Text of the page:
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The Art of Battling Giants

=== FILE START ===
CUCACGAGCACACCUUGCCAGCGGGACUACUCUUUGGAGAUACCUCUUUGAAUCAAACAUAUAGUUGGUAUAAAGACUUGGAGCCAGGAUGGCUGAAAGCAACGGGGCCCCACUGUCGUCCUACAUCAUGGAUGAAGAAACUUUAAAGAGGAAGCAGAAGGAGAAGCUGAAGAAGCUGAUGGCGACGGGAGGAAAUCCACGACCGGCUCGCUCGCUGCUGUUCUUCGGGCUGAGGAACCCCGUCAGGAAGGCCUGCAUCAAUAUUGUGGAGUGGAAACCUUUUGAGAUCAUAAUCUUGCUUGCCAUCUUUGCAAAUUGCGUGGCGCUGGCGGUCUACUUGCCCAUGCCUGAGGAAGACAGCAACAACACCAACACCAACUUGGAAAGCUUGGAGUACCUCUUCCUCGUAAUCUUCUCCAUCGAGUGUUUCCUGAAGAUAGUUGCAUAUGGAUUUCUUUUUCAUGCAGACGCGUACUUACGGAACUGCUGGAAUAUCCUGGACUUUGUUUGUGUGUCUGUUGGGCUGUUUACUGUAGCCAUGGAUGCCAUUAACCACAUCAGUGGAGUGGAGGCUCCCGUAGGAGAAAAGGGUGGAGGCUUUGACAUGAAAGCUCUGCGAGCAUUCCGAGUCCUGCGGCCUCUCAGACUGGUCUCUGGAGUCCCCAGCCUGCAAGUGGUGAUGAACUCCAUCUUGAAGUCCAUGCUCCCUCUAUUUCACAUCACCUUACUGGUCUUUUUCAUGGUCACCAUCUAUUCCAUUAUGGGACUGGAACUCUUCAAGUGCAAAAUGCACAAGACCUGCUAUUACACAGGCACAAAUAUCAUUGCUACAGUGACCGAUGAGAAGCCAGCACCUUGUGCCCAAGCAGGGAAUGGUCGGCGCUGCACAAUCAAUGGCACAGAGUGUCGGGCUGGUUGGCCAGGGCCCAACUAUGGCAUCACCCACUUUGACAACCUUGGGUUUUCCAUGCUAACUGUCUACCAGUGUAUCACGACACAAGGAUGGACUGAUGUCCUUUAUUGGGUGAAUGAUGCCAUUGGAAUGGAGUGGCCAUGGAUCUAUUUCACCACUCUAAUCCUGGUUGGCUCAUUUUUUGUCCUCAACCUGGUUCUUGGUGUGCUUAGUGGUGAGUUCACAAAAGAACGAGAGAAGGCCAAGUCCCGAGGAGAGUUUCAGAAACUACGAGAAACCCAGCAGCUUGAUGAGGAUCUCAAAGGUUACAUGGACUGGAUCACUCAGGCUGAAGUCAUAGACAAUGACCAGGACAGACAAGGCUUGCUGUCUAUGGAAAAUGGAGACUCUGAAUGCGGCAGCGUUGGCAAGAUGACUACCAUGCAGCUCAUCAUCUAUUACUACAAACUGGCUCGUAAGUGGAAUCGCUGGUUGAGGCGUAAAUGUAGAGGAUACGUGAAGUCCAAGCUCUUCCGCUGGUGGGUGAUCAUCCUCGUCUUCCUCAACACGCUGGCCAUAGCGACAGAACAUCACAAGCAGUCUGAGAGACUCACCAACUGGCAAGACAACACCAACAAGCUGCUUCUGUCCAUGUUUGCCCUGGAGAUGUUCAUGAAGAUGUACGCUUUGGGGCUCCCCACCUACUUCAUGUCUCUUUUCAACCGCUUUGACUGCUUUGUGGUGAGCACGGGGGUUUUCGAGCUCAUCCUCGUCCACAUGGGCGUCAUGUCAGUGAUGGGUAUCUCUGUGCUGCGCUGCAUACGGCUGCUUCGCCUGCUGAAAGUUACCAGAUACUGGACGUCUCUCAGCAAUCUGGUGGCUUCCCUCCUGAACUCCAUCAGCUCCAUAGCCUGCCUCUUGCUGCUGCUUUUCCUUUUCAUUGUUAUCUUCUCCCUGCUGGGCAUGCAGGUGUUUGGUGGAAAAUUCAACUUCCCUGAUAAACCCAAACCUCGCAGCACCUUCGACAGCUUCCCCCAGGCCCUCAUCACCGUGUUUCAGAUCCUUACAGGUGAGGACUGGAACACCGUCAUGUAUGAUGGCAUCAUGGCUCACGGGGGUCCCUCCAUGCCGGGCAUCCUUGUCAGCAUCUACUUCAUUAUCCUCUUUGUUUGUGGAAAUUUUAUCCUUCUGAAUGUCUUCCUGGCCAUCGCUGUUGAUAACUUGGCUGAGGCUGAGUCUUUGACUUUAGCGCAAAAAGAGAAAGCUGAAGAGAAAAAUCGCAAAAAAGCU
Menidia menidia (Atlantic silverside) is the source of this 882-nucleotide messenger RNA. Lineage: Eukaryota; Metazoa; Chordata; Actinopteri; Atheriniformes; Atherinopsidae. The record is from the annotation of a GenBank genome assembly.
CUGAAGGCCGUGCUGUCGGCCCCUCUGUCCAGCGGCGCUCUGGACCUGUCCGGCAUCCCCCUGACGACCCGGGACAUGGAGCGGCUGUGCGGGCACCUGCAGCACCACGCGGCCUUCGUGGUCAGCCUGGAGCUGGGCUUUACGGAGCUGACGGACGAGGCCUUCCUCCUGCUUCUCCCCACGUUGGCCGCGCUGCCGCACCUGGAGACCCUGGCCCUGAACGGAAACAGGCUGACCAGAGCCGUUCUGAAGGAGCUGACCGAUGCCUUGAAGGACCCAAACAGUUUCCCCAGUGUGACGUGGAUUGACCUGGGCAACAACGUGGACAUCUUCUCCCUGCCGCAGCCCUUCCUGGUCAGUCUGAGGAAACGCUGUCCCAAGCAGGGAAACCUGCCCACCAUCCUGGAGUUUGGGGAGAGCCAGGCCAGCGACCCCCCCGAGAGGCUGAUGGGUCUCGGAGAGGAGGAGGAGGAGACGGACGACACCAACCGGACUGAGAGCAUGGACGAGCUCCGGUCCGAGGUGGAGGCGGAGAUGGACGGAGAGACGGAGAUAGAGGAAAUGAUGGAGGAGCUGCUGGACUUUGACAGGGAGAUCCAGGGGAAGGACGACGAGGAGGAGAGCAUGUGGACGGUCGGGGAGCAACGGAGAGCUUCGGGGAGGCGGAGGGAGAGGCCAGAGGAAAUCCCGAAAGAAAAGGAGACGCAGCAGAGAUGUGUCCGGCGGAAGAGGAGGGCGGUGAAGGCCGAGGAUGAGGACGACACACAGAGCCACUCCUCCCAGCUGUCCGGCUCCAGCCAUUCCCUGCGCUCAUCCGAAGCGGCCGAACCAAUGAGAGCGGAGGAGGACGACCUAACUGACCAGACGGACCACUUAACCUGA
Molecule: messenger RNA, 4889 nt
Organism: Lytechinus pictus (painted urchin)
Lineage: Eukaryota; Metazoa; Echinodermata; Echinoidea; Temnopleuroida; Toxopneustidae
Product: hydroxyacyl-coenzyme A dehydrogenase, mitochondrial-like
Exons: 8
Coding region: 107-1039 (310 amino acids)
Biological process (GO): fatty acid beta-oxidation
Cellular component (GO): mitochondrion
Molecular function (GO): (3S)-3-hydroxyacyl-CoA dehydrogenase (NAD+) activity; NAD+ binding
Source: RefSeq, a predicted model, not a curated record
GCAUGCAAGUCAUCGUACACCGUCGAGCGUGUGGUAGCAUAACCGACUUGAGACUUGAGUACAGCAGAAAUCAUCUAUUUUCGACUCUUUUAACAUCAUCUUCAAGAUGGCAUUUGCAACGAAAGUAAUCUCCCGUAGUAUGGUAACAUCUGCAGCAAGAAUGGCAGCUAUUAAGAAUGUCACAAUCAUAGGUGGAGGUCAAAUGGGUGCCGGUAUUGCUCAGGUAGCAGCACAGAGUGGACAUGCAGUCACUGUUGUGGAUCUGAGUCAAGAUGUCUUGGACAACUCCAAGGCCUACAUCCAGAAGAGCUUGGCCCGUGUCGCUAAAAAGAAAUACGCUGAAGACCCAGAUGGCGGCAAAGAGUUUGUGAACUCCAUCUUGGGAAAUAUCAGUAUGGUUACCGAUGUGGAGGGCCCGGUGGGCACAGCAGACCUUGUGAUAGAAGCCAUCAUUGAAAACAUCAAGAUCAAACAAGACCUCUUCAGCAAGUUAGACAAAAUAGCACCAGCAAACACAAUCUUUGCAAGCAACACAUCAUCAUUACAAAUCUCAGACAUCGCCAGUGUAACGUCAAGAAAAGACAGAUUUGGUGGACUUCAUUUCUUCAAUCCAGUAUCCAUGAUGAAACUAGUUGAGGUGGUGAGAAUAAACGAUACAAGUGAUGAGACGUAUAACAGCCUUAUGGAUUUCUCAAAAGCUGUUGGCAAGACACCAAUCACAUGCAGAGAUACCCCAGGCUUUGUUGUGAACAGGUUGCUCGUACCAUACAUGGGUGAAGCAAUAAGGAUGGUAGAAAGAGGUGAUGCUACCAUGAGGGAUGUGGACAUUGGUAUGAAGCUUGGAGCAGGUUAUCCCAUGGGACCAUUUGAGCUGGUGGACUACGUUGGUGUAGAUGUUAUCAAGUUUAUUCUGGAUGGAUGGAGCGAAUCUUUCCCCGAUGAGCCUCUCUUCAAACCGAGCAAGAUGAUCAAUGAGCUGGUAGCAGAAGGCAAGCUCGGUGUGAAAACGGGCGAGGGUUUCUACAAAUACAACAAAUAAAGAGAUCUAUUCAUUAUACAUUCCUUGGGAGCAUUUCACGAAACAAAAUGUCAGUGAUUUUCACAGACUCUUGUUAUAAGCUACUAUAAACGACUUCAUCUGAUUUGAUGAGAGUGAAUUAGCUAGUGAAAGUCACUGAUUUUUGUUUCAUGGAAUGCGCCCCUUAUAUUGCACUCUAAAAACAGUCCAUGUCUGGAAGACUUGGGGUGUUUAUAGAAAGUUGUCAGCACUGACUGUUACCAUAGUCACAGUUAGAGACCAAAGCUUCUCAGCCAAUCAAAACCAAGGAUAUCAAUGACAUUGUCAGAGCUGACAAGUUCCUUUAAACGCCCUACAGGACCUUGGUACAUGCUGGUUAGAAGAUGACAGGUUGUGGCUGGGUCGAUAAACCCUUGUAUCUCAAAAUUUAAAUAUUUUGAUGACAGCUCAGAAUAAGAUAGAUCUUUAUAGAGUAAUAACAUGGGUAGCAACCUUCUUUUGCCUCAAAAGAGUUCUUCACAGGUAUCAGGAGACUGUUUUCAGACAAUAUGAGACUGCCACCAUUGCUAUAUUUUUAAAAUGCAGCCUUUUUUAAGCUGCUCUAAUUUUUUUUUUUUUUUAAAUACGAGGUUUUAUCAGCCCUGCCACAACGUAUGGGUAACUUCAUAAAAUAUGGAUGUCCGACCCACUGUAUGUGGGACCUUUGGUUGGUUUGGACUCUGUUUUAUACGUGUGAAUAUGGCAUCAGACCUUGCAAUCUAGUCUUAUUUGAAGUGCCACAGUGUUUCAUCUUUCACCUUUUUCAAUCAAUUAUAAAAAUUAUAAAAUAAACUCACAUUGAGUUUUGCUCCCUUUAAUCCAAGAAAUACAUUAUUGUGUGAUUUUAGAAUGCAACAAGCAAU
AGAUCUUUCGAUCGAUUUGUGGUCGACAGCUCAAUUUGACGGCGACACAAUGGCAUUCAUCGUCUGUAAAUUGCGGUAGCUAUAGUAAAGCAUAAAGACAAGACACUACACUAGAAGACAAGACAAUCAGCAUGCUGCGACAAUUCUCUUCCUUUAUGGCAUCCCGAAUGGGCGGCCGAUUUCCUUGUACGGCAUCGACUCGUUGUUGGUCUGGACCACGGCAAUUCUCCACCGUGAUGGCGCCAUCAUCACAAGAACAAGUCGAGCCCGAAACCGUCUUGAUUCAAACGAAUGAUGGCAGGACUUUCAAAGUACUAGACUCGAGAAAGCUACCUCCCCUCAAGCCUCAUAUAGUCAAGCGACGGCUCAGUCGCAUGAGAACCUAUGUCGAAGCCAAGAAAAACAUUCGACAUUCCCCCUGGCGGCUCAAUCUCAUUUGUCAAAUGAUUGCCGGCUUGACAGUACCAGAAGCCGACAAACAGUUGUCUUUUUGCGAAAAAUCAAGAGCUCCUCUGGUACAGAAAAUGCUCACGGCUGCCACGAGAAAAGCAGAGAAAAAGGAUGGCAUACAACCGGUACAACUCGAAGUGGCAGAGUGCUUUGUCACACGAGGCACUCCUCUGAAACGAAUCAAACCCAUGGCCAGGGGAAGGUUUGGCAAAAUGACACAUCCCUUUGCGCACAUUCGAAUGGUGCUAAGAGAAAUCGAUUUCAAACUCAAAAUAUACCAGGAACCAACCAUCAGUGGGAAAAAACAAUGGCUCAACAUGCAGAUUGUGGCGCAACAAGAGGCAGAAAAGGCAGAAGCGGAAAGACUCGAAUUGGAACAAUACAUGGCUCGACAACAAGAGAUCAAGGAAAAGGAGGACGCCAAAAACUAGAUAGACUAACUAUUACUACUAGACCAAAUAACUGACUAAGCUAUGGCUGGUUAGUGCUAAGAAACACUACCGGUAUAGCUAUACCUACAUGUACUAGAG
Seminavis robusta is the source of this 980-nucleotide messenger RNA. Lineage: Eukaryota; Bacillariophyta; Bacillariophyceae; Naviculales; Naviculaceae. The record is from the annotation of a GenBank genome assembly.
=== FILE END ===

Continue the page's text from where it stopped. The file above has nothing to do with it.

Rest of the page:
How can a small fintech and services firm compete with their larger competitors? This is probably the one question I get asked more often than any other by CEOs of smaller technology and fund administration firms. Considering their global multi-solution competitors with their vast marketing budgets, sales resources and account teams, it seems like a grossly unfair playing field. However like Saint George and his Dragon, David and his Goliath, compete you must and win you can – by standing firm and unintimidated by your competitors’ size and focusing on your strengths and their weaknesses. All is not lost For a number of large firms in the sector, particularly fintech firms, sales and marketing costs eat up well over 50% of new revenues every year. A phenomenal portion of this spend is wasted on activity that doesn’t provide a return on investment. It isn’t difficult to name the top fintech and services firms in our sector but can we name their solutions? No is typically the answer. Millions of sales and marketing budgets are spent each year on corporate name recognition and mass marketing campaigns that reinforce the ‘vendor’ label rather than instilling the comfort and trust we associate with a trusted advisor. A scenario we are all familiar with – highly targeted sales people desperate to make quota rushing around the market looking for the next deal, the next buyer. It is simply not in their DNA to invest in people who are not buying and neither is it in their best interest. Turn these lessons in your favour So what are their weaknesses? Put simply, it is that they have engineered such a high level of complexity in their sales and marketing strategy that they have lost sight of the fact that they operate in what is effectively a niche market, a market with an identifiable and manageable universe of mainstream buyers. It is important to acknowledge that even the largest firms need only build relationships with a few hundred target organisations (one of the largest market data vendors in the world acquires 80% of its revenue from 70 clients). Instead, the marketing department churns out campaign after campaign, much of which misses the mark. Sales is no better. Along their growth trajectory, they lost sight of how they started – by having relationships with the market. Their weakness is your strength Don’t try and compete with them – change the rules. Segment your market. It is unlikely, for example, that you would define your market as the ‘buy side – full stop’. Applying some simple qualifiers like geography, firm size, and current supplier. Once you’ve accomplished this, you should be left with a smaller, more manageable number of firms. Recognise that in each of these firms there is a small number of people who are change agents, whose decisions start buying processes and for this reason they are often called ‘starters’. It’s reasonable to expect that a list of key people within these firms would amount to a manageable list – probably a few hundred people and certainly less than a few thousand. That being the case, you don’t need to spend thousands on PR, events and exhibitions in the hope that they might read an article and call on. You don’t need to hire another sales person to find today’s buyer only to lose the deal to a large better known ‘vendor’. What you do need to do, and what your larger ‘vendor’ competitors are not, is to put in place a strategy that identifies and qualifies these people and then cost effectively builds and maintains relationships with them positioning you as a trusted partner / specialist. The distinct advantage – when they come out to buy – is they will know you and you them.

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